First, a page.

There is a range of personality types across EDs, including within the individual subtypes. There are different triggers (social, interpersonal, intrinsic, hormonal, metabolic etc.) which influence the presentation of the ED. For these and other reasons it's difficult to devise a one-size-fits-all protocol.

    It is interesting that the role of the nutritionist/dietician is often considered relatively minor. I have a friend (dietician) who specialises in ED treatment. She always emphasises the primary role of re-feeding (anorexic patients), attainment of a healthy weight, regular balanced meals (etc.) as being paramount to recovery. I agree with her. She works closely with ED patients offering also encouragement, support and CBT.

    Glad you had a fruitful time in Salzburg. It sounds as if it was a very interesting conference.

  4. Laura--Did you read this link from Autism Speaks? http://www.autismspeaks.org/science/programs/atn/index.php
    It was what I was referring to as needed in the world of ED's (in my note on ATDT's summary of LV Seminar)

    This is EXACTLY what they are doing in the field of autism--sharing protocols.


  5. In Canada at least, a psychiatrist who specializes in EDs HAS usually done a residency in an ED unit. This is similar, though not always completely true, with social workers and psychologists.

    The program I went to (and I still see the dietican, therapist and psychiatrist from this team)"the team" were always on the same page and although the psychiatrist was the medical director, I think he often deferred to the judgement of other professionals in matters outside his speciality.

    It is essential to have a multi-disciplinary team for EDs. When I first relapsed I was angry that my therapist couldn't make me recover -- but really, her expertise lies in psychotherapy as opposed to medical intervention or nutritional rehabiliation. When I began to see a dietican/psychiatrist things became much easier as the three professionals work together but manage different aspects of the disorder. They acknowledge the limitations of their speciality.

    I would say my dietican has played a VERY major role in my recovery. That said she is NOT ED trained and worked as a medical dietican before switching to eating disorders. I find her approach compassionate but firm and definately logical. She does not make the mistake of giving a sufferer too much information regarding calories, etc and is tactful in eating disorder matters. I've seen ED dieticans who SUCK, so training does not ALWAYS equal a better professional.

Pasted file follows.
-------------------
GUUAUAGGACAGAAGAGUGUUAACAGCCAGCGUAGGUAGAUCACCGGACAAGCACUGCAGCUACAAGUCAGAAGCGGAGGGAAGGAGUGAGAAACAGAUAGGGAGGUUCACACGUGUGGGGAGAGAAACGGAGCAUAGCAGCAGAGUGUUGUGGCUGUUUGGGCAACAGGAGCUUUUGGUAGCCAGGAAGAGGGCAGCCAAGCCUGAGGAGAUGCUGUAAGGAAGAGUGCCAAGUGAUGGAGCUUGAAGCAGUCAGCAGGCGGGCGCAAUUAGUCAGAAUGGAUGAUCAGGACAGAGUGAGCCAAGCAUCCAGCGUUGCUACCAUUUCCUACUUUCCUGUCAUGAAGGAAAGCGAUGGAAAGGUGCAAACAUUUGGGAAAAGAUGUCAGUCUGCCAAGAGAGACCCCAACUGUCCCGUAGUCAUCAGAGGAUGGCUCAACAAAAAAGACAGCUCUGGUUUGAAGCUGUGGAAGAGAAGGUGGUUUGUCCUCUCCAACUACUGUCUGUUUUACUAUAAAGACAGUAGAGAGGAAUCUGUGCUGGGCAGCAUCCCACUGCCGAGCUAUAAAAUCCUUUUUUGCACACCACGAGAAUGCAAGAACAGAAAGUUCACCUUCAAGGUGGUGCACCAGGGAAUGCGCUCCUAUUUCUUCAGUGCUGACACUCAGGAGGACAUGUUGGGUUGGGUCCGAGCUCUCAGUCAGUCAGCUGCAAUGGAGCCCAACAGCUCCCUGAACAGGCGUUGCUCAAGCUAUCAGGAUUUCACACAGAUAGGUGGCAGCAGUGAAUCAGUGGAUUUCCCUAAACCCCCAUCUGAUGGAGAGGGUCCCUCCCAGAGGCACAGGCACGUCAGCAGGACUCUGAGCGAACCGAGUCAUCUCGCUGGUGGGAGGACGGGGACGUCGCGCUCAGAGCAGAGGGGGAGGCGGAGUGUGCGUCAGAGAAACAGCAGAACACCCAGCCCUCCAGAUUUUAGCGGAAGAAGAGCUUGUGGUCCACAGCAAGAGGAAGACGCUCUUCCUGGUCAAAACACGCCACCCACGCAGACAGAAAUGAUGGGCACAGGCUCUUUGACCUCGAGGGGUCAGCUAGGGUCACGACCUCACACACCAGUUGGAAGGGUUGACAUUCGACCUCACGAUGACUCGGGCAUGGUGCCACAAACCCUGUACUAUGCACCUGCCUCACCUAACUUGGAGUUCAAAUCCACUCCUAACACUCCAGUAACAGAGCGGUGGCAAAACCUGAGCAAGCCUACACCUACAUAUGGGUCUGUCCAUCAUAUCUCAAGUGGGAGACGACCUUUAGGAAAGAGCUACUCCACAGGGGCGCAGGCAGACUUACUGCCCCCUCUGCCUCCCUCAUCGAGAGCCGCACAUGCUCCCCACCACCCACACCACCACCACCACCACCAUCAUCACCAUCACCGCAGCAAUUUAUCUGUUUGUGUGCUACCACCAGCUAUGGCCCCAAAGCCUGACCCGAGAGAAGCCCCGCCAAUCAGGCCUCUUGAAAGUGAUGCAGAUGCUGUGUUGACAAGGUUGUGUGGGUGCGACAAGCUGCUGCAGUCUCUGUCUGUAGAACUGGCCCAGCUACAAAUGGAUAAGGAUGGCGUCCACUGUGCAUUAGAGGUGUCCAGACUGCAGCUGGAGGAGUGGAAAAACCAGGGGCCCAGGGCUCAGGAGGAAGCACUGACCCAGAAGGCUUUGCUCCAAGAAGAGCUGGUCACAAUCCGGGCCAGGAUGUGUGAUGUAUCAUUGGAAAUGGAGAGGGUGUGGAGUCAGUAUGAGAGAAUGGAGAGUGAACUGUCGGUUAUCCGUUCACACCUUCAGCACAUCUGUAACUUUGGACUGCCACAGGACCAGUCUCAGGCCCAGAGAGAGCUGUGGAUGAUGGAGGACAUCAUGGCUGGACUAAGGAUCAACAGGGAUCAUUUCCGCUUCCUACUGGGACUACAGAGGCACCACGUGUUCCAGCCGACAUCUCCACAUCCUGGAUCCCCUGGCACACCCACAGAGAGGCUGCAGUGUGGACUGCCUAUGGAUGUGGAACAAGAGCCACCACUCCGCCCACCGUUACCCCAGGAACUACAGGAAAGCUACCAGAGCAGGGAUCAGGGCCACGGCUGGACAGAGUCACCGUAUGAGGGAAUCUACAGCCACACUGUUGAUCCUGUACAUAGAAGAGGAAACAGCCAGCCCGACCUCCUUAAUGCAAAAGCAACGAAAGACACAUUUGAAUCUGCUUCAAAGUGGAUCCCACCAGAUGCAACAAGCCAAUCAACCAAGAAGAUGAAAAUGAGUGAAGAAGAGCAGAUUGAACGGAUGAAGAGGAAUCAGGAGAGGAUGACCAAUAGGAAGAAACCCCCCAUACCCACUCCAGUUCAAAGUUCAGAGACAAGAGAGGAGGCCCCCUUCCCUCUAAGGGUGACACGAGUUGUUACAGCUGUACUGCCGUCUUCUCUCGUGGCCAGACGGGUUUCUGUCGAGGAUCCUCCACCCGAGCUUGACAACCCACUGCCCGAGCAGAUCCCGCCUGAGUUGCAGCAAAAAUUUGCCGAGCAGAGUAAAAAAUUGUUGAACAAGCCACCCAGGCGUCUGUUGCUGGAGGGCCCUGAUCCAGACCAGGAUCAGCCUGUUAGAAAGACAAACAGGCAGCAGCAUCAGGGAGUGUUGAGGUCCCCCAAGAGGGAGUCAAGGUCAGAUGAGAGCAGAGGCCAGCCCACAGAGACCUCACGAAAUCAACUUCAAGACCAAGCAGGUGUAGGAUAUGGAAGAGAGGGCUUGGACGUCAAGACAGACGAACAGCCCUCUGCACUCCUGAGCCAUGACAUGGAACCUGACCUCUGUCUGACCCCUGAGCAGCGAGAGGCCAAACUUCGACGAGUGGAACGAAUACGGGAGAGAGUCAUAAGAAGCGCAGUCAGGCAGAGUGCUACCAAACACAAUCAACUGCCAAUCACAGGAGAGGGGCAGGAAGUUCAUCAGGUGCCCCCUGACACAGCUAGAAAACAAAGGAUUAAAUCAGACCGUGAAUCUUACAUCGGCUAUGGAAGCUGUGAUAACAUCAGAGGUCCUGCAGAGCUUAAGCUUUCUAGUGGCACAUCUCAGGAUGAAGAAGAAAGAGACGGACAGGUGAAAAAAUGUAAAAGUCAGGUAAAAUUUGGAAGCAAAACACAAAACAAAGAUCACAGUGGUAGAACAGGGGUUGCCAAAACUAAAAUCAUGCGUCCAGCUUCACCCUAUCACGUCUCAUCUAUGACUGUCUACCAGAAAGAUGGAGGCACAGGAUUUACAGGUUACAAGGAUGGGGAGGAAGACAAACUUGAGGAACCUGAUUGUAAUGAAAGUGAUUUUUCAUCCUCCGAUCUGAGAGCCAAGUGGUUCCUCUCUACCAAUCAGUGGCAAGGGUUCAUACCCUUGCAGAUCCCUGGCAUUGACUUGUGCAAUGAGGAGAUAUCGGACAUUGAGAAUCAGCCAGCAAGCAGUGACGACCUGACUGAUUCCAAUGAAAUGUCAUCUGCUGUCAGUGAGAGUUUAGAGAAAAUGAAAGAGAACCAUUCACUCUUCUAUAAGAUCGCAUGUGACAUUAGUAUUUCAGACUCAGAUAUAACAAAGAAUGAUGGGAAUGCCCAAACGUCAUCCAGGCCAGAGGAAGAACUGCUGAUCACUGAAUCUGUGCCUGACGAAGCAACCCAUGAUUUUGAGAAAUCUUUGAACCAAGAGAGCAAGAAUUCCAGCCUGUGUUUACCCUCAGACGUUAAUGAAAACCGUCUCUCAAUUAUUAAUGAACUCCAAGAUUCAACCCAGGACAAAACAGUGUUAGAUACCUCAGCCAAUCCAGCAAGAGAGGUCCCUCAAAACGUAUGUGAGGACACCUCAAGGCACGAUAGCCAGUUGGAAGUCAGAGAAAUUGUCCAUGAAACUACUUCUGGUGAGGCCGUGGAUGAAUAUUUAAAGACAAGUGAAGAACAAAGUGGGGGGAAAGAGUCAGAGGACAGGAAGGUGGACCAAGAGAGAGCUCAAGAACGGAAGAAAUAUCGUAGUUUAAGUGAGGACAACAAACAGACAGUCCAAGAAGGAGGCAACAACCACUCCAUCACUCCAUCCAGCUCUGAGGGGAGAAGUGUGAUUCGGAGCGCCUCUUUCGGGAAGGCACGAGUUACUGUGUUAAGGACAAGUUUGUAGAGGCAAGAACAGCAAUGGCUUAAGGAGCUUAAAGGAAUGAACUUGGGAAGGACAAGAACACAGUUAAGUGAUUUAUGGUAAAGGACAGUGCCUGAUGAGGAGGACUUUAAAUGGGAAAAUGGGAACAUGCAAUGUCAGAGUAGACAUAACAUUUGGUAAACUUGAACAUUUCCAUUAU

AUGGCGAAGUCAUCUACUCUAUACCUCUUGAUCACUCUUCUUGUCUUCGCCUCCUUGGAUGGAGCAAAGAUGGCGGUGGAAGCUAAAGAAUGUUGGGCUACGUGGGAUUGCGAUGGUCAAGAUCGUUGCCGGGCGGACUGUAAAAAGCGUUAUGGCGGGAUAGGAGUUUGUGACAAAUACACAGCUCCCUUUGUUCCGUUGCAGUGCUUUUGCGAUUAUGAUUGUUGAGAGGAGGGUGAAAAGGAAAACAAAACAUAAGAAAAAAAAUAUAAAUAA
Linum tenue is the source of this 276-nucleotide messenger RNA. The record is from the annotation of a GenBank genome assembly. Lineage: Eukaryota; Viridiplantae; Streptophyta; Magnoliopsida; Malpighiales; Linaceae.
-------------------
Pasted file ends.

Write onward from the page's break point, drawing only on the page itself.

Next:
My therapist could not guide me in upping my food intake and overcoming food challenges. She wasn't equipped to do that. My psychiatrist could not do this because I only saw him every 6 weeks and for 30min at most. My dietican has been an essential part of my behavioural change, at least with eating, while my therapist has allowed me to work on my depression, anxiety and distorted thinking.

    If a team is to work effectively, all professionals must acknowledge that no one is superior. Or rather, EVERYONE is superior within their own speciality.


  6. I want to point out that the 'range' in autism is similarly vast--yet, if they can create shared protocols that are effective, then the ED treatment world should be able to do likewise.

    And, as Cynthia Bulik once said to me, if an ED was a coping mechanism for anxiety/depression, then why wouldn't you JUST have depression or anxiety alone?? Why add an ED into the mix too? Something else has got to be going on here (she said it better than I'm saying it).

    You need to focus on both if they co-exist, but I'd argue the ED first as weight restoration and brain healing will often (not always) help depression resolve. If it does not resolve with weight restoration, then treating the depression is also needed. If you don't treat the ED, then neither the ED symptoms/behaviors nor the depression are likely to abate.

  7. The great Lefty Kreh, in one of his fly fishing videos broke down the definition of an Expert thus:

    An X is an unknown factor and a Spurt is a drip under pressure.

    I doubt this furthers the conversation much, but you would be amazed how handy it has been to have this explanation at hand when one meets an intolerable fool.